A seed planted by a Texas music teacher several generations ago is still bearing fruit on the south side of Milwaukee.
“My first teacher was Mr. James Angerstein, who is still alive today. I tell my students he is your musical grandfather. He was the kind of teacher who became a father figure, a mentor …. I have infinite gratitude for the man and for the system that gave us that possibility.”
Those are the words of Dinorah Márquez Abadiano, a UWM alumna who is founder and director of the Latino Arts Strings Program and has taught hundreds of students in her 20 years with the organization.
She recently received a Betty Award from Milwaukee Magazine, was chosen for the Wisconsin Arts Board and selected to receive a UWM Alumni Association Distinguished Alumni Achievement Award.
Music was life-changing
Márquez Abadiano and her family arrived in the United States from Mexico when she was a child, very shy and not speaking a word of English. Texas, where they lived at the time, had strong music programs and wonderful instructors, she recalls. Music was life-changing and lifesaving for her and her brother, she said.
“He began his music career when we moved to the United States. He is also a musician to this day.”
Being raised in a family that had difficulties, “the musical activity for both of us was a haven,” Márquez Abadiano said. “At home it gave us peace because we could practice, and at school it gave us a voice. The violin really gave me a way to express myself.”
She decided to start the music program at Latino Arts through the United Community Center because, “I felt I could give back what I received as a child … the lifesaving possibility of playing music.”
When she first started, almost 95% of the students at UCC qualified for free or reduced lunch, so music lessons and musical instruments were usually not in families’ budgets. “I was an immigrant child, and this is a majority immigrant community. I identify with that.”
Coming to UWM, where she earned her master’s degree in viola and chamber music and string pedagogy, was one of many blessings in her life, she said. She was playing in an orchestra and performing chamber music in Mexico when Wolfgang Laufer, a member of UWM’s Fine Arts Quartet, came to her town to give workshops. Since she was with the university there and spoke English, she became his host during the stay.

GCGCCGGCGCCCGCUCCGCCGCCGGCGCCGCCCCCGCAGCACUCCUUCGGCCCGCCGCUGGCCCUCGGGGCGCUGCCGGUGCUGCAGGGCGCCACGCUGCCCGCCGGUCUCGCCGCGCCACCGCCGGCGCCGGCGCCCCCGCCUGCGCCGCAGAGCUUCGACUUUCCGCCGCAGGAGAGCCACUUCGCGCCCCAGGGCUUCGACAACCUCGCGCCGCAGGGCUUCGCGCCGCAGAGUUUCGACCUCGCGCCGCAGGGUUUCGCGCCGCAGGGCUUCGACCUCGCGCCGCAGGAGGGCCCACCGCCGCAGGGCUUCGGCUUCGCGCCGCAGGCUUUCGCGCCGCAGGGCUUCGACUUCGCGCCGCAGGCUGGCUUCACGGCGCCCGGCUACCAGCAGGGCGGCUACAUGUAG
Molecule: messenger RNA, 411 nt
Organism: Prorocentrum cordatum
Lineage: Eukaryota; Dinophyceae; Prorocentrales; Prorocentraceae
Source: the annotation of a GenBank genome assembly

‘An amazing opportunity’ at UWM
After discussing places where she might audition for a master’s program, he eventually offered her a teaching assistantship in UWM’s Institute of Chamber Music. “That was an amazing opportunity. When I arrived, there were a lot of students coming from Latin America to work with the Fine Arts Quartet. It was a very rich cultural time for all of us who were there.” Márquez Abadiano graduated from UWM in 2001.
A stress injury to her hand led to another “unexpected blessing” in disguise, she said. When her performing was limited, she turned to the pedagogy program to prepare for teaching. That led to work with the String Academy of Wisconsin, now the UWM String Academy.
“I came to the realization of how much I loved working with the students. I never knew that about myself prior to working with the string academy,” she said. “My face would hurt afterwards I was smiling so much.”
Program begins in 2002
Wanting to set up a similar program for Latinx children on Milwaukee’s south side, Márquez Abadiano formed Latino Arts Strings in 2002.
“I wanted to establish a program that focused on cultural heritage education through music, while carrying similar pedagogical approaches to what the UWM String Academy does, including private lessons and small group classes. We also offer orchestra and mariachi ensemble training, and loan instruments to all our students because we work within a community that can’t really afford those things.
“But, given the situation of the arts, I just didn’t know what to expect in terms of funding for this program, so I thought, well, let’s do this for five years, maybe eight years. I’ll see my first-graders graduate eighth grade.”
The program has grown from 26 students to more than 200 yearly participants, with 10 teachers. She remains grateful to Latino Arts Inc. and the United Community Center, which have continued to provide funding and support through the years, and for the team of teachers she works with.
“Latino Arts, UCC, the boards of both agencies, view the LASP to have the value that it has and have worked hard to support us for 20 years,” Márquez Abadiano said.
Celebrating diverse heritages
Márquez Abadiano sees the program as a way of celebrating the diverse heritages of many Latinx countries.
“We use music to celebrate and to educate, to learn about the rich cultural heritage of the countries that we come from,” she said. “We all need to know where we come from in order to know where we’re going. That’s been my philosophy of life.”
That’s important not just for Latinx children, but for children of all cultures – Hmong, African American and others, she adds. She tries to share that philosophy with the children.
‘It’s wonderful to be in Milwaukee because so many people, so many great musicians and musical heritages, are being expressed in our community,” Márquez Abadiano said.
A recent performance Márquez Abadiano admired was “Hip Hop DNA,” directed by Kiran Vedula, which traces the cultural roots of hip-hop through music and dance.
“We’re all blessed to live in a country that is extremely diverse. To me, that’s one of the greatest treasures that this country has to offer.”